Acorns are poisonous to humans

Eating acorns: the secret of the preparation

We are happy to bring acorns home from autumn walks. But can the finds be turned into tasty food? We'll tell you how and when to eat acorns

Eat acorns? They're poisonous, aren't they?

In autumn, the deciduous trees not only throw colorful leaves at our feet - we also encounter acorns on a Sunday walk in the forest. The nuts are perfect for handicrafts or decorating - and they look good on the plate under certain conditions!

Those who wanted to nibble curiously on acorns as a child often had to listen to their parents: "For heaven's sake, hands off. Acorns are poisonous!" That is not entirely wrong - after all, the raw nuts contain a high proportion of tannins, which can lead to severe gastrointestinal complaints in humans.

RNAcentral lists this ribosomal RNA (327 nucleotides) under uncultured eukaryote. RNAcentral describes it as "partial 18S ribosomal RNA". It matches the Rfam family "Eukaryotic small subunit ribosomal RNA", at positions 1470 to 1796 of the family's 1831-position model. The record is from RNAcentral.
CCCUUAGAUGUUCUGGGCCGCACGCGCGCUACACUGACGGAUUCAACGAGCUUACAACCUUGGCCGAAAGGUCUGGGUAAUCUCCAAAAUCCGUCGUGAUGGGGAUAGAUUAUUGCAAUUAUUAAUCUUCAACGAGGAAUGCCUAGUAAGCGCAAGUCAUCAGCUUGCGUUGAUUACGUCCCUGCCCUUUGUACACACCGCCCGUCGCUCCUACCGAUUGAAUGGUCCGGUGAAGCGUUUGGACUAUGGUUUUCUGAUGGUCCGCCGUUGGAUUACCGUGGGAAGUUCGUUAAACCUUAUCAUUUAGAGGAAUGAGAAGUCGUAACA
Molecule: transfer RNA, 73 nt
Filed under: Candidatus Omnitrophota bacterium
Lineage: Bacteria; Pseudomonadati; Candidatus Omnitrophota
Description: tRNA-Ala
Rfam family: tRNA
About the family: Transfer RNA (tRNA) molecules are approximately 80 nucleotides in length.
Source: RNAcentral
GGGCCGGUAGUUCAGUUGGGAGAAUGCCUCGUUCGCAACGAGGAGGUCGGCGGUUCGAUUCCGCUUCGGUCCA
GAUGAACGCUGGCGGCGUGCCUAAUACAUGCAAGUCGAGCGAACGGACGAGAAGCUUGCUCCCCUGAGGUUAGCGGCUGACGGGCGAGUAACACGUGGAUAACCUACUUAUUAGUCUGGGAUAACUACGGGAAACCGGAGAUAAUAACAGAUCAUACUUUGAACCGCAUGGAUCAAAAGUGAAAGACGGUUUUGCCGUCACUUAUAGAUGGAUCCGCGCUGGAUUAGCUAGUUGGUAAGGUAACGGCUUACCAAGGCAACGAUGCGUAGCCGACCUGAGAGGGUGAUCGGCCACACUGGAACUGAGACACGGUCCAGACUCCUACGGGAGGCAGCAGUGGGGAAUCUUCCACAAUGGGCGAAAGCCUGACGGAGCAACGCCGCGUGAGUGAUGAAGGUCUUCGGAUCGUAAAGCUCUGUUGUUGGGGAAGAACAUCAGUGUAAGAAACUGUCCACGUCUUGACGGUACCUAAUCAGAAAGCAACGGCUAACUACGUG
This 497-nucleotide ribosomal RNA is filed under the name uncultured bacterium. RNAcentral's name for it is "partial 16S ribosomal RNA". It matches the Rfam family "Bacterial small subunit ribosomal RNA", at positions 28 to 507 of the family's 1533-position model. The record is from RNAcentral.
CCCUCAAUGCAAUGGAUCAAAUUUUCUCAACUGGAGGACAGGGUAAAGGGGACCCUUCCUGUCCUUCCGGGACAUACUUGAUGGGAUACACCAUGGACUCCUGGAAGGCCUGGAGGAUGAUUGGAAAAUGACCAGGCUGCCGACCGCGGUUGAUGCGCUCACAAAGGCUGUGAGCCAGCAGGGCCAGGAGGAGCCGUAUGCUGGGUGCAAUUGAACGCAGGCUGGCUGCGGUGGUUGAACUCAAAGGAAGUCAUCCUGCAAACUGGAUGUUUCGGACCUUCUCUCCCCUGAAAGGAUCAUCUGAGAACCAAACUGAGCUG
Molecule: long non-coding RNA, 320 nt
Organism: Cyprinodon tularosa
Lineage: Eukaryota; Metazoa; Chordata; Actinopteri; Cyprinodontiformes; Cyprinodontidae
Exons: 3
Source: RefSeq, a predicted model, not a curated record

If you ask your grandparents, however, they will answer in amazement: "Of course acorns are edible!" Acorn bread and decaffeinated coffee substitutes made from acorns were common foods, especially in the post-war period. The question arises: How can that be?

Acorns are edible!

In fact, acorns can be eaten even though they are incompatible when raw. The secret lies in the preparation, the methods of which have been increasingly forgotten over time.

In order to make acorns edible, the toxic tannins have to be washed out. To do this, the collected acorns are left to dry for two days, the shell of the nut fruits is cracked and the kernel and the brown seed skin are removed.

After that, the acorns need to be watered for several days. To do this, the acorns are crushed, for example with a mortar, and then placed in a bowl of water for two to three days. The water should be changed every twelve hours. The tannins are now dissolved in the water, which can be recognized by the brownish discoloration of the liquid.

If the water remains clear at the end of the day, the tannins are completely washed out. Now the acorns can be taken out of the water, dried and processed further.